Thursday, August 11, 2005

Amazing holiday facts - children can climb mountains

The Carey Family Conference (more another time, I hope) runs from Monday evening through to Saturday morning, but the "pre-conference" runs from the previous Saturday evening. This opens up further opportunities for ministry and fellowship on the Sunday and Monday. As a further explanatory note, my brother-and-sister-in-law are full-time Christian workers in Brazil, and being a keen walker, my brother-in-law won't pass up an opportunity to get into the mountains of Snowdonia.

So, being as how CFC is a mere two hours from Snowdonia, last year he took the opportunity to lead a group up Snowdon, which included me and my two older children (7 and 9 at the time) - our first time - up the PYG track and down the Miners', for those to whom it means anything.

Liz hadn't been up Snowdon for a long time, so was hoping to go with the two older ones again this year. However, the BIL decided that it was worth going for a different peak, and selected Y Garn (have another look at the map, if it helps - to be honest, I just followed the person in front ...). Hopefully that would mean we wouldn't be late for dinner this time on Monday evening! Liz was a little disappointed not to renew her acquaintance with Snowdon, but we decided to all go - conscious of the fact that it might mean carrying the four-year-old, from whom even a walk down the road normally elicits a request for a "carry".

And we did it! We were five of a party of about 19, several of whom were a Danish family. I don't know what they made of it - 900 m up a mountain when the greatest elevation in Denmark is about 170! It was cloudy - we got up to the lake under the mountain and couldn't see the peak (which probably helped - I think it would have been intimidating) - but decided to go for that rather than for a walk around the lake. The youngest got a bit teary on the way up - not particularly fatigued - we were all well-stoked by Mars Bars - but apparently uncertainty about doing something new and occasional fright at rather intimidating slopes. But she made it, with hardly any carrying. There is a photo of us on the peak below. (Well, them, anyway - I took it). There were some spectacular cloud effects - peaks rolling in and out of sight; cwm faces full of cloud; and so on.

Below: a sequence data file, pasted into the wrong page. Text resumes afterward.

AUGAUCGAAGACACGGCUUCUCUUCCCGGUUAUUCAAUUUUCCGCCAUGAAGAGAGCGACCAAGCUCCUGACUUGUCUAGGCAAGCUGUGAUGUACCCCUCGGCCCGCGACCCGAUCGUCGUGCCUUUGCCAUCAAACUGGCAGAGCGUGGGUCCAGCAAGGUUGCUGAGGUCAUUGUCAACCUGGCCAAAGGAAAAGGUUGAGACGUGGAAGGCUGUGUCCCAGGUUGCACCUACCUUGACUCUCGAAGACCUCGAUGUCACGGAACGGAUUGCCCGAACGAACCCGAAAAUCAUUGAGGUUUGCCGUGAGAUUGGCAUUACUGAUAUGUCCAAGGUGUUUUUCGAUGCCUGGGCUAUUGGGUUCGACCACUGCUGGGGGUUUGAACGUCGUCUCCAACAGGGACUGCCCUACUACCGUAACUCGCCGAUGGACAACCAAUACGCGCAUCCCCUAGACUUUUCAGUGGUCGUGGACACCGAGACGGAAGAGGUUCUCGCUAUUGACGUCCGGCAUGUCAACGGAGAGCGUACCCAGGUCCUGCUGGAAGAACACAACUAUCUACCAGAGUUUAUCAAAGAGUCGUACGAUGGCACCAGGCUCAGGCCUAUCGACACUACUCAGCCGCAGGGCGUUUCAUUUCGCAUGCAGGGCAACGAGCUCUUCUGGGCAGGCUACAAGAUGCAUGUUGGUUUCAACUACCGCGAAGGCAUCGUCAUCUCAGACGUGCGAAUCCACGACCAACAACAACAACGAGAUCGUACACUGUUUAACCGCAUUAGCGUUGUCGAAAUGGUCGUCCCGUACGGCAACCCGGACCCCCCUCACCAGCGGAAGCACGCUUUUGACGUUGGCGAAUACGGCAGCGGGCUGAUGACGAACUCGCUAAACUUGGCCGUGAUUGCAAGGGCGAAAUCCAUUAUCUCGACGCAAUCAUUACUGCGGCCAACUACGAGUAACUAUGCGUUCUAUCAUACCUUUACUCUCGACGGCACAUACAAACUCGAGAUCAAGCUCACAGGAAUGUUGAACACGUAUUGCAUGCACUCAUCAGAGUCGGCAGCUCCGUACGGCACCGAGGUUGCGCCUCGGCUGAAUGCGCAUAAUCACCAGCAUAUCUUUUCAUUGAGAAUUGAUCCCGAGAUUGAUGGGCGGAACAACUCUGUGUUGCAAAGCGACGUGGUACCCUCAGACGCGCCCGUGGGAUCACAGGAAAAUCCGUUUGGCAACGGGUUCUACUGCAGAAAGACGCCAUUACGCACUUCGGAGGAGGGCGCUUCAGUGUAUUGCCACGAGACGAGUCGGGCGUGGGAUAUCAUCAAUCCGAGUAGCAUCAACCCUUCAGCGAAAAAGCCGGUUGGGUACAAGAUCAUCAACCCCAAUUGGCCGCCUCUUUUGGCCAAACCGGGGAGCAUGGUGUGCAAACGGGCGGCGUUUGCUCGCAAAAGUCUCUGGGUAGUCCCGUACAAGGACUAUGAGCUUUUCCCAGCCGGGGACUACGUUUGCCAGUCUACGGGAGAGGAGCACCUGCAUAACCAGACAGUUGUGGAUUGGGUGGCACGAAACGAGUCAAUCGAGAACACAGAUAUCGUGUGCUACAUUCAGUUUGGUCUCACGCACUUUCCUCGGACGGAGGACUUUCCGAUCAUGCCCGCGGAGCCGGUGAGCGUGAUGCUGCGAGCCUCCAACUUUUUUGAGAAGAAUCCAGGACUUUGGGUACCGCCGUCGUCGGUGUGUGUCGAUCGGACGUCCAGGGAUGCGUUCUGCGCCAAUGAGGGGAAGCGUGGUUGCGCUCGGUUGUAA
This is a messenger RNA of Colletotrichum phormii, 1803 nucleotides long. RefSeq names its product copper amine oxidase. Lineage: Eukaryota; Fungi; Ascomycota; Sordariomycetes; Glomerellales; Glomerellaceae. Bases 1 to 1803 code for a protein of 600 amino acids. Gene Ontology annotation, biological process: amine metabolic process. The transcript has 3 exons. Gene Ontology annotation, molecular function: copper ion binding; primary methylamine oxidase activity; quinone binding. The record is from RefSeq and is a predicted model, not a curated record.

The descent was probably the hardest work for me. We had a descent down a corrie wall, which had been stepped, but some of the steps exceeded the jumping ability of a four year old. So I had to make the descent myself, then turn round and lift the youngest one down. She was very patient - as were those people following us.

Inevitably, the children all recovered far more quickly than the adults did ....